When plants are just getting started, warmth is more important than sunlight, so good places to set up shop include on top of the refrigerator or close to a radiator. Plants grow best in temperatures between 60 and 75 degrees Fahrenheit.
Once you see evidence of sprouting, remove the plastic cling wrap and position plants where they’ll get 12 to 14 hours of bright sunlight per day. (Yes, that’s a lot, but young plants crave sunshine.) A south-facing window will offer more sunlight than windows that face in other direction. When plants have grown to one inch tall, thin them out by snipping the stem at the soil line to leave just one per cell for best results.
Once your seedlings have grown their second set of leaves, it’s time to transplant them. Carefully relocate young plants into individual containers filled with a potting soil that’s mixed with plenty of compost. Water transplanted seedlings thoroughly, and keep them out of bright light for a few days while they recover from the stress of being moved.
When should I start my seeds indoors?
For most annual vegetables, as a general rule, start seeds between four weeks and eight weeks before the last frost in your area is expected. However, this timeline can fluctuate based on your location and the specific plants you’re growing. The Old Farmer’s Almanac offers a planting calendar that will provide you with specifics on when to start your seeds if you key in your ZIP code.
Which seeds should I start indoors?
In the winter, many crops benefit from getting a head start indoors, especially for gardeners in chillier climates. The plants listed below are especially common for starting indoors. When in doubt, it’s best to go ahead and start seeds indoors in winter, as a head start won’t hurt your plants—but early exposure to winter’s chilly weather can have disastrous consequences for young plants that aren’t up to the challenge.
- Brussels sprouts
- Swiss chard
How long does it take for seeds to sprout indoors?
Germination rates will vary when you start seeds indoors based on the room temperature where your plants are kept. As a general rule, however, most plants germinate within a week or two. A few plant types, such as chili pepper, tomato, or rosemary, can take closer to three weeks to sprout.
Do you need a grow light to start seeds indoors?
A few variables come into play to determine whether or not you’ll need to use a grow light when starting seeds indoors. In short, plants require six to eight hours of sunlight per day to promote healthy growth, and they’re happiest when they get closer to 12 or 14 hours of sun each day.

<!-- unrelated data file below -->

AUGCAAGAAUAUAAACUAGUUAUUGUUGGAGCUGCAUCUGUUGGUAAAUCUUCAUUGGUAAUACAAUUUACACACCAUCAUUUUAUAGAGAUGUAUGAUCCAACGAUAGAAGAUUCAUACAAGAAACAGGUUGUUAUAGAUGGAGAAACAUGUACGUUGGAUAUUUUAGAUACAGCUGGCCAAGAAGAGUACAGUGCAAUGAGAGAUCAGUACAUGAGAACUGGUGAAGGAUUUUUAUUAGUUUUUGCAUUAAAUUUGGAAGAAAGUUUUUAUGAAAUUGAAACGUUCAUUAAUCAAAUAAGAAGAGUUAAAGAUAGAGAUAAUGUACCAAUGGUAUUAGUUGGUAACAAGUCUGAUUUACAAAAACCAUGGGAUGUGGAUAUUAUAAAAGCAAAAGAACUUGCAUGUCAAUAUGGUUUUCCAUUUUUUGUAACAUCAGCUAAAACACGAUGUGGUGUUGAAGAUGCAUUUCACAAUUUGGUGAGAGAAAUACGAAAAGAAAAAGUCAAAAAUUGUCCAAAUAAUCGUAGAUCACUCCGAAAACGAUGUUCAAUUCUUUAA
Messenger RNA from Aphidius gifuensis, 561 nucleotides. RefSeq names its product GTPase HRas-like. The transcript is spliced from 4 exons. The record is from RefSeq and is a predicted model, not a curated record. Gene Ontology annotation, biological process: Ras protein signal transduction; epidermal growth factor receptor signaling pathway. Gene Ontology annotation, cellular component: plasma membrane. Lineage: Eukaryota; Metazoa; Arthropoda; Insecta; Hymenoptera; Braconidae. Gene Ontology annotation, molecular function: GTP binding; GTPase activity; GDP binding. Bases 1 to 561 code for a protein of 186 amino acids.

If you’re starting your garden late in the winter, that much light may not be available. Or you may find that the windows in your home where your seeds get their sunlight aren’t exposed to six to eight hours of sun per day. In these cases, a grow light is needed for plants to perform their best. Where installing grow lights is not possible, you may opt instead for fluorescent shop lights housing one warm bulb and one cool bulb.
When it’s time to relocate your plants into the garden for the winter, remember not to shock them by exposing them to the cold weather suddenly. Give plants a period of transition by using the hardening off process to gradually acclimate them to the cooler temperatures. You can learn more about hardening off and get step-by-step instructions to guide you through it in this article by Gardening Channel.
Want to learn more about starting seeds indoors?
The Old Farmer’s Almanac covers When to Start Seeds Indoors
American Meadows covers How to Start Vegetable Seeds Indoors
Burpee covers Indoor Seed Starting
Country Living covers Start Seeds in Winter
The Bump covers Can Weather Conditions Affect Seed Germination
Mother Earth News covers Starting Seeds Indoors
New England Today Living covers Seed Starting in Winter
Permaculture News covers Soil Temperature and Seed Germination
Click and Grow covers How Long Does Seed Germination Take
The Spruce covers Common Mistakes Made Starting Seeds Indoors
The Spruce covers What You Need to Start Seeds Indoors